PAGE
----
Property matters. In China, it matters massively—not just as an investment, but increasingly in some localities as an asset to be safeguarded.
Recently, a community in Jiangsu illustrated that the narrative of home purchases and upgrades in China shouldn’t only be about bubbles about to burst (even though they never seem to do so) or about nail-house owners who refuse to move unless the government meets their demands for compensation (which in many cases the local authority yields to).
The story of home buying in China is also about the inclination of some in the upper-class to employ violence to defend property.
Much is made of China’s growing middle class—a concept which is amorphous at best, another projection of Western stereotypes on a society that’s simply too diverse to tolerate such a template. Rarely do observers identify with any precision where the middle-class in China starts or stops financially, or investigate why Chinese themselves rarely if ever refer to themselves as “middle-class” [中产阶级] and why many prefer the moniker “mortgage slave” [房奴]. The appellation denotes economic status for residents of China, but outsiders tend to ascribe all sort of political dimensions to "middle class" here--a desire for government accountability, a quest for participation in the policy process, and the like. Chinese citizens often see matters otherwise--an issue of financial position, not of political leanings.
Moreover, the assumption in much of the international media is that property owners in China must be “middle class” in the same sort of Western sense, and that their growing numbers (whatever those are) are a direct challenge to the Communist Party, purportedly because their interests don’t align with the ruling leadership—though why that’s the case here remains entirely undemonstrated and is quite wrong. Hardly any mention is made of a housing market that was created by Beijing’s policies after all, and why a buying of a home here almost always demonstrates hope and joy, instead of illustrating smoldering social resentment that’s about to suddenly topple authority—reasoning that really has no connection to China’s local reality.
There’s also hardly any discussion of what Chinese residents do with the property that they’ve purchased. Many new owners renovate in ways that are at least somewhat outlandish (giddy, one might say) and off-putting to one’s neighbors. Some purchasers illegally restructure parts of their homes or grab adjoining land for their own private use, acting illegally and without permission, flaunting rules and regulations to their own ends.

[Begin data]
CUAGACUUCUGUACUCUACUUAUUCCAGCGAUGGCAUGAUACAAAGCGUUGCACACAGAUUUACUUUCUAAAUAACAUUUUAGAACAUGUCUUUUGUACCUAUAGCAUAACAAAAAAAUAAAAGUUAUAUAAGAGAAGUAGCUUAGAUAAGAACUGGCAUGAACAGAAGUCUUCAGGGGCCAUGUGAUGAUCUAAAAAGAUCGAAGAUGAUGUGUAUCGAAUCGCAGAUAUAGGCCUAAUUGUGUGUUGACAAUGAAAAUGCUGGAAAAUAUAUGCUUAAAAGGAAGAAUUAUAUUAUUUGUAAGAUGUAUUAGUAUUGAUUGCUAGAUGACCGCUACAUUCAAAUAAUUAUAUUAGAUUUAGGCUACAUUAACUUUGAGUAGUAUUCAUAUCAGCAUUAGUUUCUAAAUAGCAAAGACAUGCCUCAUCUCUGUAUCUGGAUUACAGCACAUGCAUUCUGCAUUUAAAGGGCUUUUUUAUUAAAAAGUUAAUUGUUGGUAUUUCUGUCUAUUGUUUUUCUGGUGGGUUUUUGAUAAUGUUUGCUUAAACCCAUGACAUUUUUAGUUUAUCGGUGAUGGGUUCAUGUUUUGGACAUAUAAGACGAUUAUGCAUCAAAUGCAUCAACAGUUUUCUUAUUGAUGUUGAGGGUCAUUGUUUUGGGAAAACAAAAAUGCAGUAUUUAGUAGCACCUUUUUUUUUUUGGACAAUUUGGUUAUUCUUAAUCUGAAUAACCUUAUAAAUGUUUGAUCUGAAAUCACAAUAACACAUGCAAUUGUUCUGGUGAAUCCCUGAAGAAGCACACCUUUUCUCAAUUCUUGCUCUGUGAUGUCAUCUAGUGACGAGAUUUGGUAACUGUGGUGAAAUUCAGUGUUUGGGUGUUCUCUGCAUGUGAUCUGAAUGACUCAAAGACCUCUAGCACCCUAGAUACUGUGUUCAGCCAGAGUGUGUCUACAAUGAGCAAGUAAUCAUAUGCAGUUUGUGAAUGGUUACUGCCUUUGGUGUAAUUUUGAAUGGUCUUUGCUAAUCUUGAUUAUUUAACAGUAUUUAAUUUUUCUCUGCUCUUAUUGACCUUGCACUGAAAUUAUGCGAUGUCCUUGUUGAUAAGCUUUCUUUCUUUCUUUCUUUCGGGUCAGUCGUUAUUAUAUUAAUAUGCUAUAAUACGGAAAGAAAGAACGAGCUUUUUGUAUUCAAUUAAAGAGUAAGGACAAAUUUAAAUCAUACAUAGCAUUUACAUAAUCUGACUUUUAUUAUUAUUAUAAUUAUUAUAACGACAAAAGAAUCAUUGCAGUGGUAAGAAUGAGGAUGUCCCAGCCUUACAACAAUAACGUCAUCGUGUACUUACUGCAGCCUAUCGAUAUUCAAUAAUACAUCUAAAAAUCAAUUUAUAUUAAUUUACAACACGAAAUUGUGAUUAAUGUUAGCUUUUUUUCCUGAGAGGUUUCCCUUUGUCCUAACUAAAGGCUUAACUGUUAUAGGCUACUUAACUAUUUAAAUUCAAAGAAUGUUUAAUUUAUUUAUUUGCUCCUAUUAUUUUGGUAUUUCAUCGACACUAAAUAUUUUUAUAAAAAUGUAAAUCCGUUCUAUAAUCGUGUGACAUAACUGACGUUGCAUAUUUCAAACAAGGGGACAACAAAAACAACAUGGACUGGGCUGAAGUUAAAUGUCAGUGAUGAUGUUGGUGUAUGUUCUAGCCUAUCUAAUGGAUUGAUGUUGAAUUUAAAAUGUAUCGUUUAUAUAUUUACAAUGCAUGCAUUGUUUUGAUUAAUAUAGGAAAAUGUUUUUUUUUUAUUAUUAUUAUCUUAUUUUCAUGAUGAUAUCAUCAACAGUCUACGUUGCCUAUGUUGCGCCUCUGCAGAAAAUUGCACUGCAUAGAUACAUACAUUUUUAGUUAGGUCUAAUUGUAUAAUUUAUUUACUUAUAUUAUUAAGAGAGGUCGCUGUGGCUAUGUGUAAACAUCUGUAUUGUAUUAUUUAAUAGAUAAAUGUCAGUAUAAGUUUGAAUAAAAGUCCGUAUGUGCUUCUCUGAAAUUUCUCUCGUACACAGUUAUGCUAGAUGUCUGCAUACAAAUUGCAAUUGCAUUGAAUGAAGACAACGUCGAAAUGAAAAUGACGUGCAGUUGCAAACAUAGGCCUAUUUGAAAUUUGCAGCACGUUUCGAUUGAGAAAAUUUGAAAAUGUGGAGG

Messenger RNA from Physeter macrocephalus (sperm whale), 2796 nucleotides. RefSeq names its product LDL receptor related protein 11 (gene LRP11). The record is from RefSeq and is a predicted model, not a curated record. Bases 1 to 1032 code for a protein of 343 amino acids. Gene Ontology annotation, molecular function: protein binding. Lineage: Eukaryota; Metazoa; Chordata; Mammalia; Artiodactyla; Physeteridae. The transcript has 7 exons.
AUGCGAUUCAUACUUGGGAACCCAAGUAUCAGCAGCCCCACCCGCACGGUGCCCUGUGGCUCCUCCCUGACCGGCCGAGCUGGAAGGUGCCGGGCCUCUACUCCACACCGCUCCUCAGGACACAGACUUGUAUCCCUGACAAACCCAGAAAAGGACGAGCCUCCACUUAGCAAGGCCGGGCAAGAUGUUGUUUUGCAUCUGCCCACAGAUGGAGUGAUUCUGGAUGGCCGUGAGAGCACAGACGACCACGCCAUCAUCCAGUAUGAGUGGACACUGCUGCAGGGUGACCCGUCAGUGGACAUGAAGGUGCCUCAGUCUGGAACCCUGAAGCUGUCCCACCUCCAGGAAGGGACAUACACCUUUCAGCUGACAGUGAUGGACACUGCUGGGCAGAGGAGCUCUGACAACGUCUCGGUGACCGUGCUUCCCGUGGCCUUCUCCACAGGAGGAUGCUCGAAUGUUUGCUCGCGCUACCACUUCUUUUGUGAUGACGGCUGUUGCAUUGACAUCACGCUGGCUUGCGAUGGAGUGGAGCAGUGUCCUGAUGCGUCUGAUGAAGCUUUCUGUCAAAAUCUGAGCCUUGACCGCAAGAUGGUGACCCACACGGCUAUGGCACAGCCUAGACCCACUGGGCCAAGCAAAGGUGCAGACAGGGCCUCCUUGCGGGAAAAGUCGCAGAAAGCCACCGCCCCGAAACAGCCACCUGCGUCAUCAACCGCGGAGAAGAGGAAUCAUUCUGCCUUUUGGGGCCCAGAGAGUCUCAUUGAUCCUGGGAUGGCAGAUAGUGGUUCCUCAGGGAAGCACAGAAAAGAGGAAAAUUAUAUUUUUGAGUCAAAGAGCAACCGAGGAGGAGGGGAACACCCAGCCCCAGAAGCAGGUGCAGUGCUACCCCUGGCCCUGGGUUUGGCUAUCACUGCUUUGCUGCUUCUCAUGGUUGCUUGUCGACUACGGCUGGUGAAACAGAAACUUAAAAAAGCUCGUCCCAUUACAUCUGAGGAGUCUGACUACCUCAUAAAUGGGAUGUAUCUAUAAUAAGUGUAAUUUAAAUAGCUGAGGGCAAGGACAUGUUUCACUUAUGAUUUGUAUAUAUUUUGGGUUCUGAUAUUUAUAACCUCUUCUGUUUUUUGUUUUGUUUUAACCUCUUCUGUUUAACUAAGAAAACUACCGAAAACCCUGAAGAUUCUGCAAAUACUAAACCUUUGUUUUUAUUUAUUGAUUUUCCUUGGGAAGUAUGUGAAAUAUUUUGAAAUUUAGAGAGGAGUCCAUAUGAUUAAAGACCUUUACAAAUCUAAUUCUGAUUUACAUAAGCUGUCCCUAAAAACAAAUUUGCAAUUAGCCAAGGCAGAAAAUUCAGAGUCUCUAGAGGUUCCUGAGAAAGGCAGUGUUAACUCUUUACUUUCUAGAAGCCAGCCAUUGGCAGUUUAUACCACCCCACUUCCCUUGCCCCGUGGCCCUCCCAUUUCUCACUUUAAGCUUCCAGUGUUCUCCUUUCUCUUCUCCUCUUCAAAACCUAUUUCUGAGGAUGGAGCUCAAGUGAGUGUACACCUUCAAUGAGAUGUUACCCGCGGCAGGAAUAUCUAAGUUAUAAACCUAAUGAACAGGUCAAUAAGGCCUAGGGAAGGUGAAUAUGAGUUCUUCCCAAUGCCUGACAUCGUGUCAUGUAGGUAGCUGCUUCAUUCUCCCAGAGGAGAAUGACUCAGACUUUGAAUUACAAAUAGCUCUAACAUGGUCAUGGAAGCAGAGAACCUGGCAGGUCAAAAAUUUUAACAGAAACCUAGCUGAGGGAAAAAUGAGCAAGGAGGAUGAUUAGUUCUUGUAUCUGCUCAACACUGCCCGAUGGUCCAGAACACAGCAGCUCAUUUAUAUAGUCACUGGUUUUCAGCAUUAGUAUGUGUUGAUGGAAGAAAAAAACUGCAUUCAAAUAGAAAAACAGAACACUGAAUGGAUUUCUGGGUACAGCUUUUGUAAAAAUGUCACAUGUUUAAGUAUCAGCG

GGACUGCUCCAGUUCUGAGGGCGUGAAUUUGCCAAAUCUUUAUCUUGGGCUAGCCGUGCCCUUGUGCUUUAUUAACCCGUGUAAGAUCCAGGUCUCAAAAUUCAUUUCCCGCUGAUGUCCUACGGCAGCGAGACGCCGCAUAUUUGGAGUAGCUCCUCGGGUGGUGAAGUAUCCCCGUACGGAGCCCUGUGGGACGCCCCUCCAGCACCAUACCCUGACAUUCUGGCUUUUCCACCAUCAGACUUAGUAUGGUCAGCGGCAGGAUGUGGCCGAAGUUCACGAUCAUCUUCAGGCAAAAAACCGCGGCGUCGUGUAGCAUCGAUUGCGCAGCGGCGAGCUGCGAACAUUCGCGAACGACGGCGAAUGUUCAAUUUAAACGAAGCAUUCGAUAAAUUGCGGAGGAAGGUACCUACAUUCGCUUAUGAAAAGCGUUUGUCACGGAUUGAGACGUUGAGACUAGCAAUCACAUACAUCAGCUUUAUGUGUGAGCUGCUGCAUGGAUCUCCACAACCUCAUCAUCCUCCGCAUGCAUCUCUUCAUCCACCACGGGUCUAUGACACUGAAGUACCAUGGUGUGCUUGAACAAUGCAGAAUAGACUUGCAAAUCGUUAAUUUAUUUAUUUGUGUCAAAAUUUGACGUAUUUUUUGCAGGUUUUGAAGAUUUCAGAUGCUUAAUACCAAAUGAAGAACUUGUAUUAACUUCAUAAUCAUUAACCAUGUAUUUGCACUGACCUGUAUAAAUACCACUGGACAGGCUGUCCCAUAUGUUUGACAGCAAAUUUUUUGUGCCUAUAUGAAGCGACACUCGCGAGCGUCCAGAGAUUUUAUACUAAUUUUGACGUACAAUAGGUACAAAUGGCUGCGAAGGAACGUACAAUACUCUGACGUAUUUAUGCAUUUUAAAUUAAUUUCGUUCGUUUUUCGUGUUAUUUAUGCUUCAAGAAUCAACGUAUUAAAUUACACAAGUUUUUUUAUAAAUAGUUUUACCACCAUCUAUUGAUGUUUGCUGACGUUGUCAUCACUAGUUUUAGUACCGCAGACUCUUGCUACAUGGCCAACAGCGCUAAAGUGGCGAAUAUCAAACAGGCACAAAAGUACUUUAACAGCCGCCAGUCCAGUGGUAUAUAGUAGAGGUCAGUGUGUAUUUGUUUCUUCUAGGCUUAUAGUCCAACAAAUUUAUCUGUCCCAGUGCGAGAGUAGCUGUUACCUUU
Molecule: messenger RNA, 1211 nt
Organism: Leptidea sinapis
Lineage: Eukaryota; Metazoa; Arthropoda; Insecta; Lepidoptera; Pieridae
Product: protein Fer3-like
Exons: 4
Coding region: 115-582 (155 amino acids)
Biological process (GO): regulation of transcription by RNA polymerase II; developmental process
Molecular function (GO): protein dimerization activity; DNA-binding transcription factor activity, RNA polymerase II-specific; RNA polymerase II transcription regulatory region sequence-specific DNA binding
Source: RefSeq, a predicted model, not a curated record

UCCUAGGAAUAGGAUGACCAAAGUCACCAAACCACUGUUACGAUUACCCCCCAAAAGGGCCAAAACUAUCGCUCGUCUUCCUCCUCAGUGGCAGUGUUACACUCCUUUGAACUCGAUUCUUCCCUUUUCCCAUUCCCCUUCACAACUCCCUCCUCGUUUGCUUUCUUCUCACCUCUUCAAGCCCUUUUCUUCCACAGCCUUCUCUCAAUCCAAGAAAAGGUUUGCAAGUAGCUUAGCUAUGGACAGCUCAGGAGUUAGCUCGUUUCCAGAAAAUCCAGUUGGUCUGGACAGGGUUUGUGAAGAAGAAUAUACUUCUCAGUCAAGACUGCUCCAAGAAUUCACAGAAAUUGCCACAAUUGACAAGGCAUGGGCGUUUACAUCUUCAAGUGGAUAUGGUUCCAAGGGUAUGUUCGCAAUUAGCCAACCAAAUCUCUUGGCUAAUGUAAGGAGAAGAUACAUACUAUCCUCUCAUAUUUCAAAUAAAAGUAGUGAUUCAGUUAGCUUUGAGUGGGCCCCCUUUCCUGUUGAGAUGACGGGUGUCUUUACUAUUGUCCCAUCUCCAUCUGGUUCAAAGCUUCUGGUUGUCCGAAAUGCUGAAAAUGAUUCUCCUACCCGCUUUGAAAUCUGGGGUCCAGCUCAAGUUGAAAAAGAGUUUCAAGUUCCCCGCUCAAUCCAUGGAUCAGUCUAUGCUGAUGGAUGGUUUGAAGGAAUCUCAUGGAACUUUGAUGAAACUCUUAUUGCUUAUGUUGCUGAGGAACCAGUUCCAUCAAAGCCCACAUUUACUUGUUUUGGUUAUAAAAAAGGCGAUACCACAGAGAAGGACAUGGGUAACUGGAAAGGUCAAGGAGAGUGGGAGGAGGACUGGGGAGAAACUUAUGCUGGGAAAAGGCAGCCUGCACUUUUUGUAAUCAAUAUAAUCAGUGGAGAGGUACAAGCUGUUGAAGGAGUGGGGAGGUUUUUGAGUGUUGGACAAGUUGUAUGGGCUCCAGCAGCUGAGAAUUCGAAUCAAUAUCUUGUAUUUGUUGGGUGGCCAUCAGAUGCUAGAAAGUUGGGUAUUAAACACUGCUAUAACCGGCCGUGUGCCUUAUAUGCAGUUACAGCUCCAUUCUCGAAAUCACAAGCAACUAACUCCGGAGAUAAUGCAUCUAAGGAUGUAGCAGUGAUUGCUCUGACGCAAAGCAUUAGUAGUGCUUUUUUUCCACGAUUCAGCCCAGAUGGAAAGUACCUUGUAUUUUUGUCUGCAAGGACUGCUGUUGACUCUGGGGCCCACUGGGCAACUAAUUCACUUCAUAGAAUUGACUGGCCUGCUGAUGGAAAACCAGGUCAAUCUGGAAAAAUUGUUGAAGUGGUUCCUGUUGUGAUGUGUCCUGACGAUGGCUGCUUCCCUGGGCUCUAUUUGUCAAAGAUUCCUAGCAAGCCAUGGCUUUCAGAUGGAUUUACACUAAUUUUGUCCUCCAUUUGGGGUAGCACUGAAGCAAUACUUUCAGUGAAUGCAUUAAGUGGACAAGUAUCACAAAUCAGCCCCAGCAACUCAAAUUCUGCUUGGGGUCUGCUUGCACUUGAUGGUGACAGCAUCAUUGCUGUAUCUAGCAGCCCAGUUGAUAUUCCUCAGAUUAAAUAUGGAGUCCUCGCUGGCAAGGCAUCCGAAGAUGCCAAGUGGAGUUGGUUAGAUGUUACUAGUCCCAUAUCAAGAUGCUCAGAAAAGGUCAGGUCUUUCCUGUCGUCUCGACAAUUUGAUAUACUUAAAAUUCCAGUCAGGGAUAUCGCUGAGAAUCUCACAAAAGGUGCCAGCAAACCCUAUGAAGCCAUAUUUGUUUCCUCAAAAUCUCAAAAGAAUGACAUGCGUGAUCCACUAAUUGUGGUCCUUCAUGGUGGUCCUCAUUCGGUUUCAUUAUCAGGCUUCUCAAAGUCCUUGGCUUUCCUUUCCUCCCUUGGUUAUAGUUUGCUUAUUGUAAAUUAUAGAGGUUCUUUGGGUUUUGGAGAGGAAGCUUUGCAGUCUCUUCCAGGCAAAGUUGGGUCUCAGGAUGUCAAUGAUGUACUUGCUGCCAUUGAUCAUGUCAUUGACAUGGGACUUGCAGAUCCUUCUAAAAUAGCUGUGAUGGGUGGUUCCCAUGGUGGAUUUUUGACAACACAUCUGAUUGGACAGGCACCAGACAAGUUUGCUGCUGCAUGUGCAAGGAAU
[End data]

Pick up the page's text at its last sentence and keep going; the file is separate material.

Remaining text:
It’s the latter that happened in the aforementioned instance and locality--a gated Jiangsu community that’s a mix of 4-5 story apartment buildings and separate villas, populated primarily by retired government officials, party cadres, and military families. There’s nothing especially exclusive about the community, save that it was one of the first large-scale projects inaugurated in the area by the local government, and many well-connected people were granted ownership of apartments in appreciation of their previous employment by and service to the State. (In the years that followed, apartments in many newly constructed buildings were often gifted to local officials by developers grateful for the green light that allowed them to build in the first place.) Some homeowners in this particular community do enjoy a level of local influence through previous relationships, to be sure. But many have now moved elsewhere and the compound is full of almost as many new owners as old.
The villas are another part of the story. They were built to entice foreign managers and company owners to bring business to the area, but they’ve long departed as well, replaced by affluent Chinese who aren’t looking to emigrate--or actually want to own a large home in China, as well as abroad. A number of the villas are currently being renovated, upgraded to more opulent standards.